Prototyping & Usability-Tests

In order to test the microgestures for their usability, we developed various functional prototypes. For the implementation of the prototypes, we selected the motion capture camera Leap Motion as tracking tool, since it has a well-documented JavaScript API which allowed us to quickly program the prototypes. Via the API, the nodes of the tracked hand can be read as vector data in space. With the help of this vector data, we were able to program the different movements of the gesture and the associated functions in JavaScript.

A user testing the functional prototype based on the leap motion

These prototypes were tested in the context of expert surveys and analysed based on criteria defined previously. The users first tested only the purely functional prototypes to evaluate the movement of the gesture itself. Afterwards, a fictitious use case was tested.


For the next stage, based on the user tests and the knowledge gained from them, we elaborated principles for designing microgestures, which should ensure a positive User Experience and an efficient use.


Gesture-based interfaces have not yet been widely implemented in everyday use. This means that the handling and the control of these interfaces is still unknown to most people at the first use. Therefore, it is all the more important for the user to be able to determine what actions are possible and also to be aware of the current state of the device [1]. This can be solved by obviously recognizable signifiers, a feedback on state and function and a clear affordance by the device itself.

Discoverability and affordance has to be considered when designing the interface


Feedback is one key aspect for a successful microgesture interaction. Touchless gestures have always had the problem that the user does not recognize when he is detected by the device. In the case of our user tests, the following problems emerged with regard to the feedback: When can I interact with the device? Was my intended function triggered? When will I be no longer tracked, so I can move freely again without triggering a function accidentally? In order to solve these problems and to provide the user with the full control during use, the microgesture interaction or the device must have a clear feedback. The interface needs a visual or auditory feedback to the user’s action, that will communicate the current state.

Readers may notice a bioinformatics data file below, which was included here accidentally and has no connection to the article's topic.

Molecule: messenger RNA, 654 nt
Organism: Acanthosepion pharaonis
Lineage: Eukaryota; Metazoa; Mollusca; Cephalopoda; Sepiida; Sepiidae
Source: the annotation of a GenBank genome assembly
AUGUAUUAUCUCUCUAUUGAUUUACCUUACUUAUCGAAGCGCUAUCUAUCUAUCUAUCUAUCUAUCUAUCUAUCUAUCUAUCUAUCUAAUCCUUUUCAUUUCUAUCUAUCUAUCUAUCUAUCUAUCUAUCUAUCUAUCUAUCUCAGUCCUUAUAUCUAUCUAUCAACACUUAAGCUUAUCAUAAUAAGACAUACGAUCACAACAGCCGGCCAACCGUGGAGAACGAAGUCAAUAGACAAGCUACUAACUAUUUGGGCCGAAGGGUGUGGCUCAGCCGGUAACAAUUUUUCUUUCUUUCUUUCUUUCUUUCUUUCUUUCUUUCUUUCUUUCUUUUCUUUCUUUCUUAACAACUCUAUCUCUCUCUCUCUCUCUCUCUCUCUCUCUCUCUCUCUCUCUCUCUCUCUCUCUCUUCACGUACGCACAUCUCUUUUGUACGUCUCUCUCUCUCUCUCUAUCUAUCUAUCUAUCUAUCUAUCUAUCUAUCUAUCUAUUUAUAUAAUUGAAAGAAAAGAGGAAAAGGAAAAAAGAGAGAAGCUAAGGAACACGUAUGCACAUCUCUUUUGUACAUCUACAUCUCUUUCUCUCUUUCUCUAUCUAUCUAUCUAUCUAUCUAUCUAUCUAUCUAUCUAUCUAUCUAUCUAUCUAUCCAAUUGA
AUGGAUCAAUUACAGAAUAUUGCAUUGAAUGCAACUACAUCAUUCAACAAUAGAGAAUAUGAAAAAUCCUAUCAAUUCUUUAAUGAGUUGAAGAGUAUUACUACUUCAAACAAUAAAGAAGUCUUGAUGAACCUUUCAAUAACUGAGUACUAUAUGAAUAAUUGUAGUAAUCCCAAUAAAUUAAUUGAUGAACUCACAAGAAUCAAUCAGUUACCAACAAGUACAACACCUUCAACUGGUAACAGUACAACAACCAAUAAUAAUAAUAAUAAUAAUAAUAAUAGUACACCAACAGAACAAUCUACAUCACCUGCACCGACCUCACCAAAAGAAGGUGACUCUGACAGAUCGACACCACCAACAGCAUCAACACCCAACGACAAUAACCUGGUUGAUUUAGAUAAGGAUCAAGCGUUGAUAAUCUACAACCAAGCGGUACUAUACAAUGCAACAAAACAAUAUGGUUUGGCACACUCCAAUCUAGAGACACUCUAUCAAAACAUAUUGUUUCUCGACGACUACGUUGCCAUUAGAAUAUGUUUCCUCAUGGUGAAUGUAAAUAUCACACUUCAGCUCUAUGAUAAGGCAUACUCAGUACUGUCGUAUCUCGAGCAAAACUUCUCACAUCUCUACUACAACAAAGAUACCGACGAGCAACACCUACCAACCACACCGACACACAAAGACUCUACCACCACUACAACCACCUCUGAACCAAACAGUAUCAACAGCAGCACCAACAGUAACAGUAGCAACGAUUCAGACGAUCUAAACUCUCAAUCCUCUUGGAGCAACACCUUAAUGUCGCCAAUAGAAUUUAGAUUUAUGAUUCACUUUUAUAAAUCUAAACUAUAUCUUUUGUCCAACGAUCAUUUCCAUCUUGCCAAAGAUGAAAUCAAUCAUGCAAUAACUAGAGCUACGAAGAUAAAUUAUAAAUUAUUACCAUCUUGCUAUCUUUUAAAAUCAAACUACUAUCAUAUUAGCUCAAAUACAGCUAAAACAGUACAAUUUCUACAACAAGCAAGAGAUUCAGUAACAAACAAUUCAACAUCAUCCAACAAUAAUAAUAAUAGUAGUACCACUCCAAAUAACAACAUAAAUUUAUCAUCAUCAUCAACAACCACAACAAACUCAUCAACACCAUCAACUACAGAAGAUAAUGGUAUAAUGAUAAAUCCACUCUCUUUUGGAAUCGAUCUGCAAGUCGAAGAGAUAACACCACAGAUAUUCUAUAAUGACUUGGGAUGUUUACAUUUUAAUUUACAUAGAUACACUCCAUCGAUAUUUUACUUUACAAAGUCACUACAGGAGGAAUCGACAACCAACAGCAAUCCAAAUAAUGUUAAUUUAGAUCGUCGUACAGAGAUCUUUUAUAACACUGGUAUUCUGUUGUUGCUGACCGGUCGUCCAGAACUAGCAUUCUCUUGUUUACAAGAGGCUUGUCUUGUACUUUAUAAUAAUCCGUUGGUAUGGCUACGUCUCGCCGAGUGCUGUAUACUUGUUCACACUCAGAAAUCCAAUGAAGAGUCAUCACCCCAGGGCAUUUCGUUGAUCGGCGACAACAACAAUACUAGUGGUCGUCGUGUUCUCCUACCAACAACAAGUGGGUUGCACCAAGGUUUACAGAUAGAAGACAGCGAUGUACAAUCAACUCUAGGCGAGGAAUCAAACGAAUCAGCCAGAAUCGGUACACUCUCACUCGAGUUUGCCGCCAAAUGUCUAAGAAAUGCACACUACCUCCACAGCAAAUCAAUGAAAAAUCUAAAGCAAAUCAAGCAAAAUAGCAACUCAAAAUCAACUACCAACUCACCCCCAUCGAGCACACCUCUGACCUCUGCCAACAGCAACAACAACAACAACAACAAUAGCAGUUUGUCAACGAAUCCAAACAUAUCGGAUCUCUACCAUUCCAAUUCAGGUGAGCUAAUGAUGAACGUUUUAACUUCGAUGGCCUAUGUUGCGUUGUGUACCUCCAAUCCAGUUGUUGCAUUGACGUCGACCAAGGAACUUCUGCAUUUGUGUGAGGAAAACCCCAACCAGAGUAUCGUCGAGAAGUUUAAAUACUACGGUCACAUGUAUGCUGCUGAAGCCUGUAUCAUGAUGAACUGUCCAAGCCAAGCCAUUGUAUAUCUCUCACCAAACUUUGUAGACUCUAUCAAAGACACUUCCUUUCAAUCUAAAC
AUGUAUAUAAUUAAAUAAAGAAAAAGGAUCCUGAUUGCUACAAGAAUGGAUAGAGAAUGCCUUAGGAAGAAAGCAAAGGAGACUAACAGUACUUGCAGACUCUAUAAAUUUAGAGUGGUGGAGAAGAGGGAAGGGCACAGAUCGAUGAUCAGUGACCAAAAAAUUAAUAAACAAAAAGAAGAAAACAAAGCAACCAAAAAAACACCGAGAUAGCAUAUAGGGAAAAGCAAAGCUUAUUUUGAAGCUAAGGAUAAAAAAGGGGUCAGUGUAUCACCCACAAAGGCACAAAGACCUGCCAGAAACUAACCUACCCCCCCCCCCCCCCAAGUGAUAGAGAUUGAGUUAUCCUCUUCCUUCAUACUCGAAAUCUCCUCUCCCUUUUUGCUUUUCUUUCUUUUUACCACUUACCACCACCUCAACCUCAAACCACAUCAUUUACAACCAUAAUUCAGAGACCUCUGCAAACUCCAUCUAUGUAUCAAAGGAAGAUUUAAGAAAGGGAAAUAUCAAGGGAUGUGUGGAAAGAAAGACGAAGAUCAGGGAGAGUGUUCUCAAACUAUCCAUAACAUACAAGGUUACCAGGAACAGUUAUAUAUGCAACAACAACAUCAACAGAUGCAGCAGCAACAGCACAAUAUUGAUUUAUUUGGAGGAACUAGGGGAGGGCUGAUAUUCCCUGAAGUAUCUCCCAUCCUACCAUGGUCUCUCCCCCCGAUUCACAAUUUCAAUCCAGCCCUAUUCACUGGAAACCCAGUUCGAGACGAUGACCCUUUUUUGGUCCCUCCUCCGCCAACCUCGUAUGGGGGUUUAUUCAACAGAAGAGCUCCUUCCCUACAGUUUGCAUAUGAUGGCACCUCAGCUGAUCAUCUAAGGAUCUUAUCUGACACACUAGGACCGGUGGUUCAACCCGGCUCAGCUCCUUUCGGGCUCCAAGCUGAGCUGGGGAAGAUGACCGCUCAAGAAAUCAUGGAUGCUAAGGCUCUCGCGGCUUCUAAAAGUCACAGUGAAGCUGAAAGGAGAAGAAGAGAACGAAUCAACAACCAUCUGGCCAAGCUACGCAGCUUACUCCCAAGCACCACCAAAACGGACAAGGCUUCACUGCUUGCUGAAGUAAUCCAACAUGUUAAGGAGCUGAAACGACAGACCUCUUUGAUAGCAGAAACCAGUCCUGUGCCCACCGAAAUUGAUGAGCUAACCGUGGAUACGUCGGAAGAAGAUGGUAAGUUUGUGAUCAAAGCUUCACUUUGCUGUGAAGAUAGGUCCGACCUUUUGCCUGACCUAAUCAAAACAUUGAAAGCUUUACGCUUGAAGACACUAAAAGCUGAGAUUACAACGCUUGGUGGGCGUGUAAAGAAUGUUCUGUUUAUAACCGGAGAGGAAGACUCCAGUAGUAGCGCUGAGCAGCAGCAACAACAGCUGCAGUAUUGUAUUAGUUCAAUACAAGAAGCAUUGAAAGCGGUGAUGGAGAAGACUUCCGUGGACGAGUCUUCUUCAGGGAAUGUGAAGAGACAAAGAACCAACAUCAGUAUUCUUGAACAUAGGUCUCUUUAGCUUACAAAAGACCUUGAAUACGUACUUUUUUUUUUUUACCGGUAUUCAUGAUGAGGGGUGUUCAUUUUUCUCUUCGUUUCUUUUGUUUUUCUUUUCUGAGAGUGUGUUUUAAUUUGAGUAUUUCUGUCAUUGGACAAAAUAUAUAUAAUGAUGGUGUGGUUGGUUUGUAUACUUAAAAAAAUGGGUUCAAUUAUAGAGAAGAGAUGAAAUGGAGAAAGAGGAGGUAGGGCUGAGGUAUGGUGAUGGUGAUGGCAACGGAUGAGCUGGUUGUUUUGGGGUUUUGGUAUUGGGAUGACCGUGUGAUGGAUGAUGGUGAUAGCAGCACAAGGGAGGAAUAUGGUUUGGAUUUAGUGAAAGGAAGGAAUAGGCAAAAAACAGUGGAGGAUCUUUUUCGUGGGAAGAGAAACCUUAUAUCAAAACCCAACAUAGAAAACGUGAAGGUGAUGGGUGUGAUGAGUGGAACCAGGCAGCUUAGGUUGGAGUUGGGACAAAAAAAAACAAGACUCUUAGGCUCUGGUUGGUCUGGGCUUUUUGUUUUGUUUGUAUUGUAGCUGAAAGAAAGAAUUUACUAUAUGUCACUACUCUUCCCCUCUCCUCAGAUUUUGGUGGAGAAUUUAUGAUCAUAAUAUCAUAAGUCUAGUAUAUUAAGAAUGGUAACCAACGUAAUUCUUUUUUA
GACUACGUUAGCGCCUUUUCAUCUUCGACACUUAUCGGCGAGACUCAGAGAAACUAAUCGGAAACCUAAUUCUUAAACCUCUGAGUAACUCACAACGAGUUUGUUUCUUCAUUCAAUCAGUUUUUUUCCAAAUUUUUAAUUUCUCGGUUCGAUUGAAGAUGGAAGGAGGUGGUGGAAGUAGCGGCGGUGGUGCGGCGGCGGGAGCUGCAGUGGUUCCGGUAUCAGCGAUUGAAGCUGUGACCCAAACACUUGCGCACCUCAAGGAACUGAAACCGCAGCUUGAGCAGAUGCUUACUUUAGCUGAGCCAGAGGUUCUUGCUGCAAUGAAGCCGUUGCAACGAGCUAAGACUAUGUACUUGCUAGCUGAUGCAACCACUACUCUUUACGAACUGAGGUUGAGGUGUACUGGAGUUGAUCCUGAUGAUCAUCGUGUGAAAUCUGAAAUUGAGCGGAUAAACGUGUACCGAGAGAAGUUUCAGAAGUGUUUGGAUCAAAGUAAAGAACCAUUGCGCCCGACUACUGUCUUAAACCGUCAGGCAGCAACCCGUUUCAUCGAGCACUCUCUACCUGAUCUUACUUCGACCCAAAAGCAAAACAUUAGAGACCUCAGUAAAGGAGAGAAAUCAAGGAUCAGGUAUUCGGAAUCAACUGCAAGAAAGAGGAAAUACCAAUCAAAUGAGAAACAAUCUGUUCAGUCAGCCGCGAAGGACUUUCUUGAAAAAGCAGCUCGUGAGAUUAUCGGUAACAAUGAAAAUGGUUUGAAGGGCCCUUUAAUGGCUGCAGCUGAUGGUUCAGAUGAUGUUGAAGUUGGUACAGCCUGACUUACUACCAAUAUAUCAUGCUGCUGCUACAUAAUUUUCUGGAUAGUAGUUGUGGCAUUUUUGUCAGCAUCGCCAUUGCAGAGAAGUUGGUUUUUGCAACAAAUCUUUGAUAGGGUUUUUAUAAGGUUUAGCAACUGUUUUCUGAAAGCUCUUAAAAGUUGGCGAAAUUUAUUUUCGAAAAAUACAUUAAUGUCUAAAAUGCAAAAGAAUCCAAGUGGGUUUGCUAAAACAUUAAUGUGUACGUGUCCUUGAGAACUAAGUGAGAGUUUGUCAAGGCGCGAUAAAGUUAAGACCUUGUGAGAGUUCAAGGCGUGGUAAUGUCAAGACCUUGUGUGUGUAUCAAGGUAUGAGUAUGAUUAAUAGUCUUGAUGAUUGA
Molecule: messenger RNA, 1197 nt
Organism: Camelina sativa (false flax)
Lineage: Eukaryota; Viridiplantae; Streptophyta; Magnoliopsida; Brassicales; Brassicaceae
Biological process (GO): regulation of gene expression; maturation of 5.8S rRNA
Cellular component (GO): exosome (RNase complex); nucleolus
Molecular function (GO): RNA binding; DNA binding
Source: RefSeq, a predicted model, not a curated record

The simpler a movement can be carried out, the more stronger it is anchored in the brain. Although the human being is very gesticulated and interacting, the gestures are rarely perceived consciously in everyday life. However, the movement and coordination of the muscles are optimized for interactions with everyday physical objects. Particularly learned fine-motor microinteraction like the tweezers’ grip, scrolling on a smartphone or adjusting a rotary control can be the basis for metaphorical gestures. Since metaphoric gestures are much easier to remember and more comfortable for the user to perform, they are also much more suitable for the interaction with devices. This was confirmed by the analysis of the taxonomy and the usability tests. In this process, metaphoric gestures clearly achieved a better result compared to abstract or symbolic gestures.

A look ahead

There is no doubt that this technology has a lot of potential, which will become even more relevant in the future. As soon as technologies like the soli sensor from Google are precise enough and are available for the mass, this will show. This will certainly change the relationship between humans and computers, since the interaction becomes much more natural than it was before. The implementation of touchless interactions into everyday life may become the next paradigm shift in interface design.

However, until then this form of interaction has to be further developed and users have to be familiarized to this system. For now the concept of touchless interactions with microgestures leaves many questions open when designing the interface or a system with it: How are interactions evaluated when the device is operated by different users at the same time? How does the device recognize when the user tries to interact and when he does not? How can it be prevented that gesture recognition will interfere with your natural behavior?

In the second part of our study (soon to be published here on Medium), we dealt with these questions and the conception of microgestural interfaces and tried to clarify them.

Written by Max Mertens and Janis Walser-Cofalka.

Developed during an Invention Design course by Prof. Jörg Beck at Hochschule für Gestaltung Schwäbisch Gmünd.

[1] Don Norman: The Design of Everyday Things, 2013.

Service & Interaction Designer